Alejandro De Aza had two RBIs in the Red Sox' over the Rays Friday night. (Maddie Meyer/Getty Images)

Closing Time: Mike Napoli's 2-run home run leads Red Sox to comeback win over Rays

Ryan Hannable
July 31, 2015 - 6:25 pm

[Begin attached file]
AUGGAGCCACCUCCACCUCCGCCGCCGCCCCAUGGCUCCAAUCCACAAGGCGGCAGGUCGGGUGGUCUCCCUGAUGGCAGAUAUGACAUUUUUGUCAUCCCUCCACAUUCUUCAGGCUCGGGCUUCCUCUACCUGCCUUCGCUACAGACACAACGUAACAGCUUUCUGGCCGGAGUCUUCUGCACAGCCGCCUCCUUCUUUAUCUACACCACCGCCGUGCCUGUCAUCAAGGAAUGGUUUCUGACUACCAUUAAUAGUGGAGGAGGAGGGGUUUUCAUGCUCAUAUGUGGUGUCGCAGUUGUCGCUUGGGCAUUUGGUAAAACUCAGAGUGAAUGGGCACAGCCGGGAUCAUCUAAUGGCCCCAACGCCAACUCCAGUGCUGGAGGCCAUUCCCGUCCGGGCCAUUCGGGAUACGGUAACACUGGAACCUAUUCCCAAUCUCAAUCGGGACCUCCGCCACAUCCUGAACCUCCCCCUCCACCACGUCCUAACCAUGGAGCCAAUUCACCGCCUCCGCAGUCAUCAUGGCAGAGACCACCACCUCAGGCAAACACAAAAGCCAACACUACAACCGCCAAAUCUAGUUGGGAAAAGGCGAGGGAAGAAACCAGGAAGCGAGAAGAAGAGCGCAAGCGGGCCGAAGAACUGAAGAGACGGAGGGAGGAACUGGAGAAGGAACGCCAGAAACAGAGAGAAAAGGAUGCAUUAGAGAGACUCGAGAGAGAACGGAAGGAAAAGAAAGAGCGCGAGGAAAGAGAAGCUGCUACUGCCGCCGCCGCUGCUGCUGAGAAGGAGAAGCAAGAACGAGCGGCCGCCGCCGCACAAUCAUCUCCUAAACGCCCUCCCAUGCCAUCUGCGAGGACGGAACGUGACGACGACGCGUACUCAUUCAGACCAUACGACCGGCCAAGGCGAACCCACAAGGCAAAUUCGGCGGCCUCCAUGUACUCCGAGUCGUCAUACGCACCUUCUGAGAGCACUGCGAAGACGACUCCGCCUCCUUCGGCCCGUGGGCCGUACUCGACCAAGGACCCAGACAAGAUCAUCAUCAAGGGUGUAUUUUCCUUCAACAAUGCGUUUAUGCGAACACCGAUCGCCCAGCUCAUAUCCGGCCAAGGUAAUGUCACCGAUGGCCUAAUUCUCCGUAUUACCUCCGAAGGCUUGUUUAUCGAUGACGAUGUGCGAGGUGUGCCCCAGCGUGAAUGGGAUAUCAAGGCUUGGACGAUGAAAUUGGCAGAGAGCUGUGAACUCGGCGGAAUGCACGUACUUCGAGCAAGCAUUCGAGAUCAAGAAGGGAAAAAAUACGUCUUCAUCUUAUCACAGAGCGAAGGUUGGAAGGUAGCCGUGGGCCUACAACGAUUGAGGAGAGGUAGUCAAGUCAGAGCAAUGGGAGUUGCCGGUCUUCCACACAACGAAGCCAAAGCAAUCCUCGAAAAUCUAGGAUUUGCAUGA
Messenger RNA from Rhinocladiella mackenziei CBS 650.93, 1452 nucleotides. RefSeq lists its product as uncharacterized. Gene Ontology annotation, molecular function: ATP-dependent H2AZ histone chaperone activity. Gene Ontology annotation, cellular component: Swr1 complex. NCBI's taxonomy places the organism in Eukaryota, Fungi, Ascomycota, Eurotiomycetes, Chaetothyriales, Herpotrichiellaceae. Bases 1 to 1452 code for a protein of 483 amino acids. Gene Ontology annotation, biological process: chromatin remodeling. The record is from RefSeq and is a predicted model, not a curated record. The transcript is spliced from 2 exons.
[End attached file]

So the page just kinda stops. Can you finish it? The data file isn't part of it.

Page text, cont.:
Friday night's Red Sox-Rays game was a battle for the worst record in the majors over the month of July and it certainly looked that way, as it was a sloppy game with the teams combining for five errors and both teams blowing leads late. In the end, the Red Sox rallied to beat the Rays 7-5 and will finish the month 10-15, while the Rays will finish 9-16. With two outs in the seventh inning, David Ortiz and Rays reliever Jake McGee battled in an 11-pitch at-bat before the lefty slugger worked a walk to set the stage for Mike Napoli, who hit a towering home run to left field that just barely cleared the wall of the Green Monster. It was his second home run in three games and gave the Sox a 6-5 lead. "Two fantastic at-bats in the seventh inning," manager John Farrell said. "David with an outstanding at-bat. Just misses a double, able to work out the walk against probably a premium left-handed reliever and then Nap seemingly tomahawks a pitch that has just enough to get out of here. Sea-saw game back and forth. Great to see us respond with the two-run home run by Nap." Blake Swihart scored on a wild pitch in the eighth for an insurance run. Junichi Tazawa got a double-play in the eighth to end a potential Rays rally and Koji Uehara pitched the ninth to close out the win. The Red Sox grabbed a 4-3 lead in the fifth inning on Alejandro De Aza's second RBI of the game, but the bullpen couldn't hold it. In the seventh inning Robbie Ross Jr. allowed a walk and hit another batter to set up runners on first and second with two outs before departing from the game. Tazawa couldn't escape as he allowed a pinch-hit double to John Jaso, which scored two runs and gave the Rays the 5-4 lead. Red Sox starter Eduardo Rodriguez didn't have the best command of his fastball, but made up for it with one of his better changeups of the season. The left-hander went five innings and allowed three runs on six hits, while striking out four. The issue was he walked four batters on the way to throwing a career-high 110 pitches. "On a night where Eddie battled himself, never really got into much of a rhythm, but to his credit made some pitches with runners in scoring position to minimize the damage," Farrell said. The Red Sox scored three times in the first inning to take a 3-1 lead early on. De Aza singled home Xander Bogaerts and then Swihart came through with a two-run single to shallow left field. Here is what went right (and wrong) in the Red Sox' win: WHAT WENT RIGHT -- Holt collected two hits out of the leadoff spot. The Red Sox' lone All-Star has a four-game hit streak and has hit safely in 13 of his last 14 home games. -- De Aza's two hits and two RBIs in the game played a major role in the win. He has a four-game hit streak like Holt and has reached base in 7 of his last 11 plate appearances. WHAT WENT WRONG -- Ross Jr. was charged with two runs. It's the second time in his last three outings where he's allowed multiple runs. Prior to that he had five straight scoreless outings. -- Jackie Bradley Jr., Xander Bogaerts and Rusney Castillo all went 0-for-4.